In 1905, my grandfather, Deming Welch Isaacson, dropped out of college. He had been a student at the University of Cincinnati for two years, suffering from one cold after another in the harsh Midwest winters. With three high school friends he took a train to somewhere in Wyoming. Their plan was to ride from the Canadian border to Mexico to find the prefect ranch. My grandfather had inherited money from his mother, Zelinda Welch Isaacson, who had died when he was very young, and now that he had reached the appropriate age to access those funds, he was looking for a cattle ranch to buy. His father and stepmother evidently did not approve of this plan. They considered it a risky and unorthodox business venture.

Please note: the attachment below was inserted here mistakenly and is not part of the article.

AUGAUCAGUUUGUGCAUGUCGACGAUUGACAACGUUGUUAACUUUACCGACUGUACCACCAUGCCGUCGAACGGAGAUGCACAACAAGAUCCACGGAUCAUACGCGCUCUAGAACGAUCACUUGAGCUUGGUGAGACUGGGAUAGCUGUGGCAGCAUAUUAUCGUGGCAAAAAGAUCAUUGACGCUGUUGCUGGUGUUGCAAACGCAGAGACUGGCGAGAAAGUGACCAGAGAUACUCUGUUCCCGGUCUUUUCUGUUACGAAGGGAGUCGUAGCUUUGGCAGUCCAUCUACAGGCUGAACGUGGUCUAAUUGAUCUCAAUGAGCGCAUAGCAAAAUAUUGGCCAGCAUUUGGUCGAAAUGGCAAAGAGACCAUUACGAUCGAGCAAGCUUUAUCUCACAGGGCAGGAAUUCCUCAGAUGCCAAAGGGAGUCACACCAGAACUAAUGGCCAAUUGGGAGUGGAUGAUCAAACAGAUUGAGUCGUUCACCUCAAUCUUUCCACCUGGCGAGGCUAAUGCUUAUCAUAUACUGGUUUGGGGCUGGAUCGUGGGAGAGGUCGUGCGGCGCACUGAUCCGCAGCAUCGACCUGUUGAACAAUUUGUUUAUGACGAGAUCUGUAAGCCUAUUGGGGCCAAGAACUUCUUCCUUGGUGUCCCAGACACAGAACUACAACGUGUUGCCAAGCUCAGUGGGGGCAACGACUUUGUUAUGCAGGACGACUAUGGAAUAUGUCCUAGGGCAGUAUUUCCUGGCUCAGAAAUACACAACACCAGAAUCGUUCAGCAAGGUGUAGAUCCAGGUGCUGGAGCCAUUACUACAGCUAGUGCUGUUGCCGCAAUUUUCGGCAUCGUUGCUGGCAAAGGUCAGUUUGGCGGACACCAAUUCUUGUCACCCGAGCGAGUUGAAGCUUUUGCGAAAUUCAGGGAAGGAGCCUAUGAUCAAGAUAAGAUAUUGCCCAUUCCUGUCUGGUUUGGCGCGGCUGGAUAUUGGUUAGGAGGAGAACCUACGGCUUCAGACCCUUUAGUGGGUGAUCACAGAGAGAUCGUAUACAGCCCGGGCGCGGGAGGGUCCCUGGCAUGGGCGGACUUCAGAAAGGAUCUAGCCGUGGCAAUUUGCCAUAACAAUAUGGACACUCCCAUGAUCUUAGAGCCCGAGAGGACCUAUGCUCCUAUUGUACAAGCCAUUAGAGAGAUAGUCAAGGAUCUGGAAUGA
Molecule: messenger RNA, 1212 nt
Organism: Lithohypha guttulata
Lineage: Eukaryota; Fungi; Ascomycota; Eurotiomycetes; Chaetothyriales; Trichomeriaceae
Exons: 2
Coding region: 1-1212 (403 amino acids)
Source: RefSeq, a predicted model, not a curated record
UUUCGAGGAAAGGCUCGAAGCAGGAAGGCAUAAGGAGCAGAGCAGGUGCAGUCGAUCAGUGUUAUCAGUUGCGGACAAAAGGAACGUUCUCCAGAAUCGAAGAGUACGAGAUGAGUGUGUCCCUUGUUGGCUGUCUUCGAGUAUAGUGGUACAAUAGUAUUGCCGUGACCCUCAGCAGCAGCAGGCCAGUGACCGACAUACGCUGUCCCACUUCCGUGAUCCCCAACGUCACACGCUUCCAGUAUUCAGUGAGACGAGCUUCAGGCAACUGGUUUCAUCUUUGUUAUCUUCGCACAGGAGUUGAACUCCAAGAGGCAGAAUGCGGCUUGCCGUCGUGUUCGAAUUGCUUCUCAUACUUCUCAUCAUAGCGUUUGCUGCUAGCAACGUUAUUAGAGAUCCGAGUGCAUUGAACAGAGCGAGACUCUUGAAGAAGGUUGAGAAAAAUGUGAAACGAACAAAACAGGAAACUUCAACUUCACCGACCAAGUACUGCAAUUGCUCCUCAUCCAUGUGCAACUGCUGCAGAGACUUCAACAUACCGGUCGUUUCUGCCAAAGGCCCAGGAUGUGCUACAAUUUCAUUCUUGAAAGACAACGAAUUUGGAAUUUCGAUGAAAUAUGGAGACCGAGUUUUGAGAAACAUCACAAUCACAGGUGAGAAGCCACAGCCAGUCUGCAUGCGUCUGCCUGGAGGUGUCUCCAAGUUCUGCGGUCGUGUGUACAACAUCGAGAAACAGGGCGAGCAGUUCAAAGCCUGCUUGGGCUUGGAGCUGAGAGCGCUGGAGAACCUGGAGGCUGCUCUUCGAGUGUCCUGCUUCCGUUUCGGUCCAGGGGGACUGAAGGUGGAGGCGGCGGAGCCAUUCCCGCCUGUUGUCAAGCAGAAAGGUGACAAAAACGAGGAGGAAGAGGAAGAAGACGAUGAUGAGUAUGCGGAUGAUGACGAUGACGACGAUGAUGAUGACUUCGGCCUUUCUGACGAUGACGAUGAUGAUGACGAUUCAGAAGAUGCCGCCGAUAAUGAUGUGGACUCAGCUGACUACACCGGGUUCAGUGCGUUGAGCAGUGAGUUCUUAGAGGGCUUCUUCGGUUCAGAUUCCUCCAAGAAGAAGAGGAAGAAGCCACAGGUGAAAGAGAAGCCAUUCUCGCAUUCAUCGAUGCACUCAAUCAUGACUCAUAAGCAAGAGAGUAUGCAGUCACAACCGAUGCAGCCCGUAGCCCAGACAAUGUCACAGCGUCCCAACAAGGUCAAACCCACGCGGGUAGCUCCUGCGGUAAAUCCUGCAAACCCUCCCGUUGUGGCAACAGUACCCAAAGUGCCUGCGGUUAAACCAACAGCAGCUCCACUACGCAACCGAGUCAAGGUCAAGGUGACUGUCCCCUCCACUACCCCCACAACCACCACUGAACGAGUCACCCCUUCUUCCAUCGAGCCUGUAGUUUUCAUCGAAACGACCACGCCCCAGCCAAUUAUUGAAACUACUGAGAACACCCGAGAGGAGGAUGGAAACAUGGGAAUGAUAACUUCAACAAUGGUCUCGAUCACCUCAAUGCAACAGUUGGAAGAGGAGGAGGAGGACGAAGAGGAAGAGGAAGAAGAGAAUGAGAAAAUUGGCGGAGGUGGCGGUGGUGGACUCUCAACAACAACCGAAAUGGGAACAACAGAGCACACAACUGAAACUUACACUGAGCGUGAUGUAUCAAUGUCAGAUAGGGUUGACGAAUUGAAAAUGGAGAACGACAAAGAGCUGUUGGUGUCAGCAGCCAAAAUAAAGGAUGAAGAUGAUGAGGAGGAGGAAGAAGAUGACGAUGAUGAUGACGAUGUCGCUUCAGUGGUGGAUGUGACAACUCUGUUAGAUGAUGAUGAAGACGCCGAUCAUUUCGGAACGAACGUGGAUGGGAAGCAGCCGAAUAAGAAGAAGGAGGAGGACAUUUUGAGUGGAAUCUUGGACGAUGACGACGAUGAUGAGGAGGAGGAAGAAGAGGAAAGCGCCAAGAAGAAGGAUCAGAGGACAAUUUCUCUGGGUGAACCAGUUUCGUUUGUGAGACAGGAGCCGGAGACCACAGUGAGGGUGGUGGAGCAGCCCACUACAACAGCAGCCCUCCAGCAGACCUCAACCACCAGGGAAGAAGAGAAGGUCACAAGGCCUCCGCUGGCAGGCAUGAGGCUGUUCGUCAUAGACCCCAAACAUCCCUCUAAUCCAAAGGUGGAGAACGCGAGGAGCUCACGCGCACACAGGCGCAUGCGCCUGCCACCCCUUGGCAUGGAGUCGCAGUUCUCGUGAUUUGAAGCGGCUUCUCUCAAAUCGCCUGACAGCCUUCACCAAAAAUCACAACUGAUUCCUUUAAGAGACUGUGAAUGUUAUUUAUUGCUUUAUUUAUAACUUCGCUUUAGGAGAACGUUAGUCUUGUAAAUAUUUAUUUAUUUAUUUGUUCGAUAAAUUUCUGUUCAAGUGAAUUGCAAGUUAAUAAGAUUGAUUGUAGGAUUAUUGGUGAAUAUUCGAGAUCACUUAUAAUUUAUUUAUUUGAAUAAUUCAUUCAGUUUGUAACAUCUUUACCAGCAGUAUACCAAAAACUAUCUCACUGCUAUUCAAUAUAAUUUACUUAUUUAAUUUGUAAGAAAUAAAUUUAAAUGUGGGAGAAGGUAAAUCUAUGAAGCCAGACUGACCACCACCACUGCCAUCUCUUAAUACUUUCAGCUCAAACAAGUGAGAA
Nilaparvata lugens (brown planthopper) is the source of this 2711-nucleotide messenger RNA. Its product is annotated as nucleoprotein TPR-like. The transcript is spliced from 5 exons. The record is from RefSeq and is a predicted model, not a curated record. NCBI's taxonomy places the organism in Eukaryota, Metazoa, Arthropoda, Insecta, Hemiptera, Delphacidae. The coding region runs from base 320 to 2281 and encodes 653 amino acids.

Deming’s father, William Joseph Isaacson, was a self-made man who had come to America in 1851 at the age of two from Christiana, Norway. He grew up in New Haven, Connecticut and had been a drummer boy in the 20th Connecticut Volunteers during the Civil War. He served at Gettysburg and was also on Sherman’s March to the Sea. He married Zelinda Welch, who came from a New Haven watch making and banking family with numerous connections to Yale University. Zelinda’s father, Harmanus Welch, had built Welch Hall for the university. This building is one of the freshman dormitories today.